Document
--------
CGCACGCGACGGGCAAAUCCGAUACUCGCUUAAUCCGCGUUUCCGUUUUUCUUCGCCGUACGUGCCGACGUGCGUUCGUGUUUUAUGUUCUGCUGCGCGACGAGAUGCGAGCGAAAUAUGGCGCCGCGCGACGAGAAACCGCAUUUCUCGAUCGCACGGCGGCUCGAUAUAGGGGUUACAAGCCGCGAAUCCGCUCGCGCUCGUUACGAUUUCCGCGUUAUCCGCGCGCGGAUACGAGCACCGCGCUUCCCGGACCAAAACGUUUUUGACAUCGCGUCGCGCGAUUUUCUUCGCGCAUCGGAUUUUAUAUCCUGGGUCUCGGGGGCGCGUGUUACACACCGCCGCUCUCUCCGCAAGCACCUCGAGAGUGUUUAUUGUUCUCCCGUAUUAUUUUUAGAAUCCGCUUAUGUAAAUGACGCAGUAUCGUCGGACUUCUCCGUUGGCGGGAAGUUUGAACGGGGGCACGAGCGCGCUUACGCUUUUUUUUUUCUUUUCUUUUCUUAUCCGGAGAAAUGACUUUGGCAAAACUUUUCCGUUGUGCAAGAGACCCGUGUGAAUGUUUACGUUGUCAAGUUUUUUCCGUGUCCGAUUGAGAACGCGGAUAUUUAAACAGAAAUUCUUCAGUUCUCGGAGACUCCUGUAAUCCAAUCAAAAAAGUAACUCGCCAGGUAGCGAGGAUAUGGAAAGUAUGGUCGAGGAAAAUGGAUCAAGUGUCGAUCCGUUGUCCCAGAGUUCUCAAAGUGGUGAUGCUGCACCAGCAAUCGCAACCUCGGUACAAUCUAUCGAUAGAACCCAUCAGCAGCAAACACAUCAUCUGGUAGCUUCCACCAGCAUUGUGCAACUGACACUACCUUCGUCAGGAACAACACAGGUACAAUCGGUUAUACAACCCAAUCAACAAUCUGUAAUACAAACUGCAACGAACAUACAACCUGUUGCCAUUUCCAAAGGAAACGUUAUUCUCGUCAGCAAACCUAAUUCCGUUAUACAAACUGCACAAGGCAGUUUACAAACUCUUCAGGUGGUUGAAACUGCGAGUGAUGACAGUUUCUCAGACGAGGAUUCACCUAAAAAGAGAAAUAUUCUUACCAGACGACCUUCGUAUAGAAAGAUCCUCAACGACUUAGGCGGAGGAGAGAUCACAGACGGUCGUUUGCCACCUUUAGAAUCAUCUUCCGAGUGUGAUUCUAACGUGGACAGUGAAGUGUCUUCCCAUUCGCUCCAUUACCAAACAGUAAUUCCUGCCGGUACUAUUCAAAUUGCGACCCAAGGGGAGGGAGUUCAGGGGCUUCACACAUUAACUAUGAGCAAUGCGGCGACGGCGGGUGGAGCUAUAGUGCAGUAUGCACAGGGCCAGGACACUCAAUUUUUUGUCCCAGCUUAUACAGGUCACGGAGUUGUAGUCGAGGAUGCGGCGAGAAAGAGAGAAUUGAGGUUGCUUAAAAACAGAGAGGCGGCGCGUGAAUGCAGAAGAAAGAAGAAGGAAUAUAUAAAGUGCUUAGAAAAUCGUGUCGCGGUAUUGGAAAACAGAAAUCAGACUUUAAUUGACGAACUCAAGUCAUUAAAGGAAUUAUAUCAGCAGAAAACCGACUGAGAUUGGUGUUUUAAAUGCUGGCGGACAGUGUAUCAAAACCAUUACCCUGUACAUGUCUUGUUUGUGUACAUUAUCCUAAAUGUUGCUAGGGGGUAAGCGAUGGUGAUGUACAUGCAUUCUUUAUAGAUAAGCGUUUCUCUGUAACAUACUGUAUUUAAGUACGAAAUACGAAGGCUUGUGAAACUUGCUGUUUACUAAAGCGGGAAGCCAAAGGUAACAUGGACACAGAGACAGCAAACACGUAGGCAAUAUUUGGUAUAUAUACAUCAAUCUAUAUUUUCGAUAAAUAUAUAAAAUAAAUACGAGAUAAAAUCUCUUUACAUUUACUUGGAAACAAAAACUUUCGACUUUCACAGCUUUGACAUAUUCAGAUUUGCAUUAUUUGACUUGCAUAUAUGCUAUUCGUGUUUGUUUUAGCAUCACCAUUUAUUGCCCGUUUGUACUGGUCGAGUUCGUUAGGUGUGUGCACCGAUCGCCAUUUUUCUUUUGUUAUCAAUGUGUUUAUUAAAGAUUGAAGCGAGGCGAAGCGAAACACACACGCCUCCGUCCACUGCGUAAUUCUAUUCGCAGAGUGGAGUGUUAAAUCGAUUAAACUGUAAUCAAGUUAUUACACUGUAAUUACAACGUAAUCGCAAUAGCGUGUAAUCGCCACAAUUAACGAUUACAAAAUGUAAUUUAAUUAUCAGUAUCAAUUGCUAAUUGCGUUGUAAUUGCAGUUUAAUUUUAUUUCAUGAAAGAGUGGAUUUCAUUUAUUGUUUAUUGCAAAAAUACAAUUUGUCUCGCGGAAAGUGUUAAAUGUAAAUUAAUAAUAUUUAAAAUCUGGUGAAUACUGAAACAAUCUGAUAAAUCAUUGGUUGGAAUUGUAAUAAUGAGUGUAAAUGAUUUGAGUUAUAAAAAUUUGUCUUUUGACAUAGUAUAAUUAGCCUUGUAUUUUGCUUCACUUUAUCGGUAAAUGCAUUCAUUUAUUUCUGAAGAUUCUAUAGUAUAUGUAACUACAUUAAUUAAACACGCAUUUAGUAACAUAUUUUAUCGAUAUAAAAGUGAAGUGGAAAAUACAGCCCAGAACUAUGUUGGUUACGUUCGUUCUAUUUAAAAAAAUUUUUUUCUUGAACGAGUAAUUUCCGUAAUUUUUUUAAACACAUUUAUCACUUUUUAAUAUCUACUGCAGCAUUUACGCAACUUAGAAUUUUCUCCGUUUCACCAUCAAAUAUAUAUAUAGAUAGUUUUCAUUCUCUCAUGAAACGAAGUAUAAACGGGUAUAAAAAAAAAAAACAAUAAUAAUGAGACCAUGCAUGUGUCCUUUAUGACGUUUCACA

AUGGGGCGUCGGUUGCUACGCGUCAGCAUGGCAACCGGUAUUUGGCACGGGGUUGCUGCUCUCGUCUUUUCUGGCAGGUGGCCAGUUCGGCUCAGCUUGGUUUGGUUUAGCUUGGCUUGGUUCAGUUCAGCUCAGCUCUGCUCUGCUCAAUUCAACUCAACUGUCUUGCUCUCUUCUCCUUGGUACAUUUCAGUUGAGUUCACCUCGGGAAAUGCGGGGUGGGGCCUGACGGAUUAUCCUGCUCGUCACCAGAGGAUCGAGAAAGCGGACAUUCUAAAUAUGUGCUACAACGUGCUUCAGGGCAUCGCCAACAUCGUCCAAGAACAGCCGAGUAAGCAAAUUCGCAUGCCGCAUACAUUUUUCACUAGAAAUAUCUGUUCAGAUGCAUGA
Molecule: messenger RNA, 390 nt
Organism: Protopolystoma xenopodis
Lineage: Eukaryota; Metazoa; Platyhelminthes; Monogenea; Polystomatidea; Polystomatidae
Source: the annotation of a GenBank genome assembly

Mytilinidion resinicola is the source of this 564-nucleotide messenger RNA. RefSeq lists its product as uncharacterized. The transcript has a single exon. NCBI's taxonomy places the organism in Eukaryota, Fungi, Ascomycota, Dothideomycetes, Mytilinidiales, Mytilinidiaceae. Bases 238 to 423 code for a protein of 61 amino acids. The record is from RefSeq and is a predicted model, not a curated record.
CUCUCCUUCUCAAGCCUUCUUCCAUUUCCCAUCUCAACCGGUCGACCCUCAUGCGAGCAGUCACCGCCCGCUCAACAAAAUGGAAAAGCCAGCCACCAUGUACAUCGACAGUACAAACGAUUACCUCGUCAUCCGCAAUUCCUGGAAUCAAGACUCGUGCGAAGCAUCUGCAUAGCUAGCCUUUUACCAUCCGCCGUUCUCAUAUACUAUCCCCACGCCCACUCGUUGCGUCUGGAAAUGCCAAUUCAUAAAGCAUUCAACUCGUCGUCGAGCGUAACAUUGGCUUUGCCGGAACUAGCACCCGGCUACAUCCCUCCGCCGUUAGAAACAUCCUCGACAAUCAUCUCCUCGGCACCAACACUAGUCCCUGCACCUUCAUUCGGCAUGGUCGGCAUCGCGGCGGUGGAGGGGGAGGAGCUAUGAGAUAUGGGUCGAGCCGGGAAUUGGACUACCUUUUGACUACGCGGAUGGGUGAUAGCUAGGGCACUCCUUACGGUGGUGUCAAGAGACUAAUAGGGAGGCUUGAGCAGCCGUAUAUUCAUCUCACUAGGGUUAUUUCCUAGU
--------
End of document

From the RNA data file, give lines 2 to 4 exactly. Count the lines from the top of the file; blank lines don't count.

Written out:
AUGGGGCGUCGGUUGCUACGCGUCAGCAUGGCAACCGGUAUUUGGCACGGGGUUGCUGCUCUCGUCUUUUCUGGCAGGUGGCCAGUUCGGCUCAGCUUGGUUUGGUUUAGCUUGGCUUGGUUCAGUUCAGCUCAGCUCUGCUCUGCUCAAUUCAACUCAACUGUCUUGCUCUCUUCUCCUUGGUACAUUUCAGUUGAGUUCACCUCGGGAAAUGCGGGGUGGGGCCUGACGGAUUAUCCUGCUCGUCACCAGAGGAUCGAGAAAGCGGACAUUCUAAAUAUGUGCUACAACGUGCUUCAGGGCAUCGCCAACAUCGUCCAAGAACAGCCGAGUAAGCAAAUUCGCAUGCCGCAUACAUUUUUCACUAGAAAUAUCUGUUCAGAUGCAUGA
Molecule: messenger RNA, 390 nt
Organism: Protopolystoma xenopodis